“The Consumer” is a term imbued with high moral power in our industry.
We all want to support The Consumer, to delight The Consumer, to be at all times guided by what The Consumer needs and wants so we can solve the problems we believe they have.
We really love The Consumer, all of us, but sometimes we fight about who loves them the most.
Redfin’s mission is to “Redefine real estate in the consumer’s favor.” This, of course, presumes that real estate as currently defined disfavors the consumer.
The mantra that has animated Rich Barton’s career and led him to create Zillow is “power to the people” — the people, here, being in need of elevation from a state of disempowerment.
Pretty much every agent and broker I know expresses their commitment, sometimes quite passionately, to helping The Consumer achieve their dreams.
I believe all of them. I believe Zillow. I believe Redfin. There are many ways to do right by the human beings who sell, buy and own homes.
I’ve never believed there was only one path to righteousness on this issue. I say this because not only do I recognize that people need and want different things, at different times, for different reasons, but because I have seen every way of trying to serve buyers and sellers work well and also fail miserably.
I make judgments here all the time. I think the MLS is a good thing worth defending, all things considered. I think the NAR is dis-serving its members and abetting its own decline by not raising professional standards. I think the rise of institutional investors in the single-family market is a bridge too far.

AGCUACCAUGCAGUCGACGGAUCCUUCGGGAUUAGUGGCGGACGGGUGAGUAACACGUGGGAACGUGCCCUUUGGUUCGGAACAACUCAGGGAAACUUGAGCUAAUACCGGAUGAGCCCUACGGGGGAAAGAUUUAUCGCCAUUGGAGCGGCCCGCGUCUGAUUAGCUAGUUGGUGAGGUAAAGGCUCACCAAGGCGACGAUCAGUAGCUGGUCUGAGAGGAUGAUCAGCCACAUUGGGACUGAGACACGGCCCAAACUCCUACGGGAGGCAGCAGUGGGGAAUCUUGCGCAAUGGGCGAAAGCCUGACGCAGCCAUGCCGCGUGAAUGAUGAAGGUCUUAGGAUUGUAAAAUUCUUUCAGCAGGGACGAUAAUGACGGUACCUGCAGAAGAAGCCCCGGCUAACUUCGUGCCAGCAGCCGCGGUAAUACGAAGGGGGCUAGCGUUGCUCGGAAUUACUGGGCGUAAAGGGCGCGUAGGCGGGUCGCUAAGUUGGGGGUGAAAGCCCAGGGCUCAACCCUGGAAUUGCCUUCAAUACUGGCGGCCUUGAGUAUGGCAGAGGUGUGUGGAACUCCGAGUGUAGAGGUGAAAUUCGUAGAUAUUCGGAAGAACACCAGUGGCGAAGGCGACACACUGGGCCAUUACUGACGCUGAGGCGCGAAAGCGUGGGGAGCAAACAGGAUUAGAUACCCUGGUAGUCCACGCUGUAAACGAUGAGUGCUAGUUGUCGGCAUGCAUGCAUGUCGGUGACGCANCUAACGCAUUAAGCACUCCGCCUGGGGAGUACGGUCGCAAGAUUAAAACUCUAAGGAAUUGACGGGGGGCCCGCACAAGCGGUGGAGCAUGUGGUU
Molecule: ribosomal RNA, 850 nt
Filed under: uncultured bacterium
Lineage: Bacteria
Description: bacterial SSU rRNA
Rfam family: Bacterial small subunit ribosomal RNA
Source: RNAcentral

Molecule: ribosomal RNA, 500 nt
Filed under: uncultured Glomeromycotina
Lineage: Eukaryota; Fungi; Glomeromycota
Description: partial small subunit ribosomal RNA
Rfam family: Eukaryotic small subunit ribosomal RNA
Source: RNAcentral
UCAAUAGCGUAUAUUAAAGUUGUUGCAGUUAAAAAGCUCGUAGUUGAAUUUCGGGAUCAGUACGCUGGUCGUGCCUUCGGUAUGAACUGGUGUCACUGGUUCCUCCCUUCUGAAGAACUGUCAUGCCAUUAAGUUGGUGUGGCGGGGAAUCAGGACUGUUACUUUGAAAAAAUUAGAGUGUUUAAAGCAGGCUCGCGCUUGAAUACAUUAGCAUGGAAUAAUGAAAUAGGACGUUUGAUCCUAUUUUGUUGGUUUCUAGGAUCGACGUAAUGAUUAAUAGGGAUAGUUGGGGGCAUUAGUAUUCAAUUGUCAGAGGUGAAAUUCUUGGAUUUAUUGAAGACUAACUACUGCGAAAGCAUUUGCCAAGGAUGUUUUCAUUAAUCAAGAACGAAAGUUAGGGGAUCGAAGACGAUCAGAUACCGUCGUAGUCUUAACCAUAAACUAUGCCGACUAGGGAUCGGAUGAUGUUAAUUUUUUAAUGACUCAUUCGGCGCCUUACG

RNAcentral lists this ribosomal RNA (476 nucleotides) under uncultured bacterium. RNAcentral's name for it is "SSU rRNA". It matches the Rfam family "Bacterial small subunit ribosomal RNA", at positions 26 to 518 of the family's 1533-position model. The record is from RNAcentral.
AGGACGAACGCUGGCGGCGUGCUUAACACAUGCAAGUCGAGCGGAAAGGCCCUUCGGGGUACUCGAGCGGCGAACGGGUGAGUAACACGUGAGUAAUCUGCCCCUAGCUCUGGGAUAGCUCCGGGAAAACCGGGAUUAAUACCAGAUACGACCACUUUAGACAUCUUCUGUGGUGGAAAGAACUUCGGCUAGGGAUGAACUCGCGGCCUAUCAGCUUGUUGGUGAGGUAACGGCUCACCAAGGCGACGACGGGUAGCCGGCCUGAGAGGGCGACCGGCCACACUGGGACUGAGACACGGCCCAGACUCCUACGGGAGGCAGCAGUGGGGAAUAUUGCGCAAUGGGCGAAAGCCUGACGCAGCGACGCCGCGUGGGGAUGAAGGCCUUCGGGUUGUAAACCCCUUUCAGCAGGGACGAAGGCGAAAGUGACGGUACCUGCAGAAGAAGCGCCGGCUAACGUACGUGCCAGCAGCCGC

But on the question of who really has The Consumer’s back I am a committed relativist. What I see and hear all the time makes it impossible for me not to be.
Consider these three anecdotes, all of which come from just the past couple weeks:
An agent I know recently walked into a Redfin listing on broker tour and started chatting up the Redfin listing agent, who said to him, “I just got transferred up from LA and don’t even know what neighborhood we’re in here. What’s it like?”
A home across the street from me just sold for $2.4 million. There were 29 offers. The listing agent, a newbie affiliated with a “traditional” brand, listed it at $1,095,000. He freely told agents that he had “no idea” how to price it, so would “let the market decide.” The “SOLD FOR 130% OVER ASKING PRICE!” direct mail campaign is coming, believe me. Is this pro-consumer? Was it even a win for this agent’s seller, really?
A cousin of mine recently got an offer from a well-known iBuyer. The “instant” offer looked great, but the repair concessions that followed made them feel bait-and-switched. They backed out and listed with an agent.
My point? I don’t think anyone has the moral high ground when it comes to being pro-consumer, and every model, even those that are touted as faster/better/cheaper, frequently fail to measure up.
Before you cast a stone, consider the crowd from which you throw it.